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Mayor-elect must tackle an out of control public agenda at Columbus Council meetings

Mayor-elect Skip Henderson - “I understand the amazing potential Columbus has”

After 21 years as District 10 At-Large city councilman, Columbus native Skip Henderson has been elected the city's next mayor.
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After 21 years as District 10 At-Large city councilman, Columbus native Skip Henderson has been elected the city's next mayor.

With only three regular Columbus Council meetings left in 2018, city officials need to reconsider how to handle an out of control Public Agenda but will wait until Mayor-elect Berry “Skip” Henderson takes office on Jan. 7.

City Manager Isaiah Hugley raised serious concerns over the time set aside for the public to speak on topics after it took more than an hour and half during Tuesday’s meeting. A line of public speakers delayed the 10-member council from getting to purchases and other issues until the afternoon.

“I just don’t know the right place for the Public Agenda on the agenda or if it should be part of the proclamation meeting but there is a lot of city business that we must get done,” he said.

Each person gets 10-minutes to speak now. In the state Legislature, the city manager noted that you can state all you can in two minutes and submit the rest in writing to the clerk if needed.

Mayor Teresa Tomlinson asked Hugley to return to the council with some ideas. “You know what council has previously said they are not interested in,” she said. “We brought this up several times. We could put it at the end but give people estimates on what time to be here. We can’t tell you for certain but it looks like not before 11 am.”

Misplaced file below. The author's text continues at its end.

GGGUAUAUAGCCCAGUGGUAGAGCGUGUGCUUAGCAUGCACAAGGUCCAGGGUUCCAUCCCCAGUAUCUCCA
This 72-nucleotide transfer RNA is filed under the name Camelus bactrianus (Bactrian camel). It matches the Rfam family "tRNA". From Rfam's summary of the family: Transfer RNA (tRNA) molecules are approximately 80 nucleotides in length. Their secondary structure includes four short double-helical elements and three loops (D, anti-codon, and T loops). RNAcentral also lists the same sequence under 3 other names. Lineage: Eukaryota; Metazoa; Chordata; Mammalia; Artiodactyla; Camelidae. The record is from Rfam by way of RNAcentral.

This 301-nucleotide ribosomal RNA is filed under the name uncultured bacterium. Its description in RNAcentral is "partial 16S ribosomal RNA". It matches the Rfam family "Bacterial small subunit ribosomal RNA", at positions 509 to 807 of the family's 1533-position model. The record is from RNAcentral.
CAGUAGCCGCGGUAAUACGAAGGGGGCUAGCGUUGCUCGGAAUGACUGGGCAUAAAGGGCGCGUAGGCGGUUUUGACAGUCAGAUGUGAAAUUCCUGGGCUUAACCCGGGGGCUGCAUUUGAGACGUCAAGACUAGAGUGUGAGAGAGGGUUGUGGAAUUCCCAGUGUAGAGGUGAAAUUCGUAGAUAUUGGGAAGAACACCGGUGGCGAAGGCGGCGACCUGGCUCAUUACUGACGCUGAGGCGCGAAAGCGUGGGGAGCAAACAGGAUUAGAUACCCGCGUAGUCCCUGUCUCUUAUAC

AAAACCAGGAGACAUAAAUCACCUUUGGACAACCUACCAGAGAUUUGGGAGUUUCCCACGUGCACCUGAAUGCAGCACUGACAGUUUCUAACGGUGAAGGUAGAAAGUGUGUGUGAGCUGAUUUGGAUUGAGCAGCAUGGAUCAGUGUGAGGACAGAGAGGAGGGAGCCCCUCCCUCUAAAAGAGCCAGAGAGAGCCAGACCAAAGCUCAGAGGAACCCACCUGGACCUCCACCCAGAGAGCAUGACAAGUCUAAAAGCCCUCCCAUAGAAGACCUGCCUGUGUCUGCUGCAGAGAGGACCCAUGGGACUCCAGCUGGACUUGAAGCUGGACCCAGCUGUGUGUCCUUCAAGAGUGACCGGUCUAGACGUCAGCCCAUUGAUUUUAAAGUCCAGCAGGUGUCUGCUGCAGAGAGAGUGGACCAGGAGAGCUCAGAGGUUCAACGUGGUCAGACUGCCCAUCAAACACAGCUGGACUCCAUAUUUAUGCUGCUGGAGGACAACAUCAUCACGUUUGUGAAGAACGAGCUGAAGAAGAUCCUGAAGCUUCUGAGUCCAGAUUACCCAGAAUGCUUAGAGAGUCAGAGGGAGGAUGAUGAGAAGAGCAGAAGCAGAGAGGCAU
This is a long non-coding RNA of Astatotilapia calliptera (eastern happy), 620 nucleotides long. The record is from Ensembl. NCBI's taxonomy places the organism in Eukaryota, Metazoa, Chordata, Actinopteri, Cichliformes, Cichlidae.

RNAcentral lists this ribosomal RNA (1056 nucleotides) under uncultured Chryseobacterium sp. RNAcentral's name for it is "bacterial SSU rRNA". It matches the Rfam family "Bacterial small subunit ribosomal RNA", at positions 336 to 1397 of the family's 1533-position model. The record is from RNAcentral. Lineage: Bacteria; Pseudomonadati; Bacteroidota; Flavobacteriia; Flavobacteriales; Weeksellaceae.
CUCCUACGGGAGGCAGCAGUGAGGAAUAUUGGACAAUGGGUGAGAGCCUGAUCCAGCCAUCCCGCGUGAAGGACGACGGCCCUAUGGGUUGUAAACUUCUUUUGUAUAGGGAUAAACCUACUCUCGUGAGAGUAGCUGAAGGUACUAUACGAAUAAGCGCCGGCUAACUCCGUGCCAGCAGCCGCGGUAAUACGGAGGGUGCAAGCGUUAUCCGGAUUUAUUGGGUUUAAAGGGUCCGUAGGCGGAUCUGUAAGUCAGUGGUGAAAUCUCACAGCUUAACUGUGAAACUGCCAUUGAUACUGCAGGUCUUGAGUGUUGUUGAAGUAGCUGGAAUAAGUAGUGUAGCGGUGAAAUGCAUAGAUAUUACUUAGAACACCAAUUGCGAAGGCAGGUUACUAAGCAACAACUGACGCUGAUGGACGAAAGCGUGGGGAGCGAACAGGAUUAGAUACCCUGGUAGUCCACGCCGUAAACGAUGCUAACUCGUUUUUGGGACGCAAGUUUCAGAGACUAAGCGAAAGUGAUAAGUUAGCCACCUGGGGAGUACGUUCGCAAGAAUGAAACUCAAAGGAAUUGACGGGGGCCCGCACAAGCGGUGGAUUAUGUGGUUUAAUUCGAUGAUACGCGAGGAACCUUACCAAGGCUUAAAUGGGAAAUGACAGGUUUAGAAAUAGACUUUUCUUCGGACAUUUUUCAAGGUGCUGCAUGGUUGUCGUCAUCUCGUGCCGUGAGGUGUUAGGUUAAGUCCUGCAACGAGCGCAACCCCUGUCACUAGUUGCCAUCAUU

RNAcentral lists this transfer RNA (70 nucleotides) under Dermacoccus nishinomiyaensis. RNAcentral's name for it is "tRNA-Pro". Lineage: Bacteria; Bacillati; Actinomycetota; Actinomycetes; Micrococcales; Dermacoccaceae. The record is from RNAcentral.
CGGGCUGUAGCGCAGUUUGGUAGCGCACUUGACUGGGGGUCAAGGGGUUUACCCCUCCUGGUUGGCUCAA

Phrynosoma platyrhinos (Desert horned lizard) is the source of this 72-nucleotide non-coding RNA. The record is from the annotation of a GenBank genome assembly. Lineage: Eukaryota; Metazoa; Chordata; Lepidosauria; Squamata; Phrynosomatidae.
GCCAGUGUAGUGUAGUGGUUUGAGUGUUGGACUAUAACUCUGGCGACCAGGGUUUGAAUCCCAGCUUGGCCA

Councilor July Thomas suggested leaving it up to Henderson and his administration to resolve. “That new administration, I think, must be consulted before we make any kind of decision,” she said.

Henderson agrees with Thomas. “If there is going to be any adjustment, it should happen with the transition,” he said.

After serving 20 years on the council, Henderson recalled how each person was given three minutes each to speak. If you failed to get on the agenda in time, you could wait until the end of the session and council would hear from you.

“I have got some thoughts on it,” he said. “ I’m going to talk to the councilors. Ten minutes is probably more than necessary.”

When asked what he favors, Henderson said one five-minute opportunity is probably plenty to bring something to the city. “We will evaluate it,” he said. “We will talk to members of council and talk to the city manager and get his input.”

With 10 minutes for speakers, Henderson realizes that councilors have been sitting around for more than three hours sometime before Hugley gets to his items. “You want them sharp and paying attention to what’s coming up,” he said. “They do a good job. It is an added challenge when you got that much time.”

With issues piling up already for the new administration, the council apparently wants Henderson to get to every meeting promptly. They approved a new Ford Explorer at a cost of $31,355 for the mayor-elect.

If you’ve seen something that needs attention, give me a call at 706-571-8576.

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